Knit ALL the Yarns!

6 Apr

 

I showed the beginnings of it here, and it’s finally finished! Inspired by the beautiful multicolour pullovers that one of my lecturers knits, I made my own odds’n’ends magic sweater with all the 4-ply yarn in my stash. Mostly sock yarn, some yarn I spun myself, some I bought on overseas travel, and some my Mum gave me especially for this project. Knitted in the round from the bottom up, with a circular yoke. It’s amazingly light and drapey and soft, and I can’t wait for the weather to get cool enough so I can wear it ALL THE TIME.

 

So I got really tricksy and knitted the v-neck as a steek, which I then sewed by machine and cut afterwards. I did this because I didn’t want to  a) interrupt the circular yoke bands and b) I didn’t want to purl a single stitch! I wasn’t sure how it would turn out, as I had never steeked anything before, but using these instructions as a reference made it super-simple. The cut edges turned under just beautifully, and I finished the v-neck with an unobtrusive i-cord bindoff.

 

I-cord neckline

 

Finished and blocking

 

Now hurry up Autumn, I want to wear my magic sweater!

 

Find this project here on Ravelry.

 

Costume School Final Year Project // 1. Inspiration

3 Apr 12fourme

Hello dear readers,

Again, sorry it’s been a while! With all the best intentions in the world, life – or rather, school – got in the way of both my updating this blog and working on my Lady Mechanika project. Now that I’m in my final year of my costuming course, most of my sewing energy has to go into my final assignment, where we have to create a pair of historical garments for a man and a woman, from the underwear out. Part of our assessment includes keeping an art/progress/inspiration journal, and I thought I might transfer what I write in there to this blog, along with other pictures and information I find.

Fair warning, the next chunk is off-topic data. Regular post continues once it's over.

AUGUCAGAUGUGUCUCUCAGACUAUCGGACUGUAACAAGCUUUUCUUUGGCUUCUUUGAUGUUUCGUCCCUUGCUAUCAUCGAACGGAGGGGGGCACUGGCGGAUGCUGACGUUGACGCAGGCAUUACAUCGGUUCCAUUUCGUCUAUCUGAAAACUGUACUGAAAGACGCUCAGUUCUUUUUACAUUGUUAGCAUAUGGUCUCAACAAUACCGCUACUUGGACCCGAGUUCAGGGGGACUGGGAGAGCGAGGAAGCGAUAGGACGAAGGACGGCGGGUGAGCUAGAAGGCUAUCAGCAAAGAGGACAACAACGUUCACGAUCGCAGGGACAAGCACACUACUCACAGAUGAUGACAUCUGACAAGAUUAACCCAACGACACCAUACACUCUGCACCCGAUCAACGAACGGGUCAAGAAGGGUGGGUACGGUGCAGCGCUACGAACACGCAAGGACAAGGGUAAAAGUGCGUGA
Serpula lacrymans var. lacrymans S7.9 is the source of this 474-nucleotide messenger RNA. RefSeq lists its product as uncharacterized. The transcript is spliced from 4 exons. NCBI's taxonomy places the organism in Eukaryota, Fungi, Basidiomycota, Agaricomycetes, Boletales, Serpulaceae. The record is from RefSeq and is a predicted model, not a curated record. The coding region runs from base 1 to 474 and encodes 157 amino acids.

Our loose theme this year is ‘Historical Costume Inspired by Art’. That’s a huge topic! We can look at any era, anywhere in the world, from about 1400-1950. Believe me, too much choice is worse than too little in this case! It’s taken me a lot of thinking and over-thinking to narrow down my ideas. I had to create some constraints for myself.

•  I want to look at an era I have not previously explored. That rules out my favourite (Georgian), some Victorian, some Medieval.

•  I want to try some new techniques, ie. embroidery, a new historical method of construction, etc.

•  As we have to make corsets, I want to try a style of corset I have not made previously. Again, no Victorian, or 18th Century Stays.

•  I don’t really want to make another men’s suit jacket, as I have made a few over the past few years!

• Being on a very tight student budget, I am going to use mostly fabric I already have in my stash. If I have to buy, it’s gotta be cheap!

 

In the end, it was the high-budget production values of a trashy Hollywood film that pointed me in an interesting direction.

 

Extravagant ladies' costumes in 'The Three Musketeers' 2011

Manly Musketeers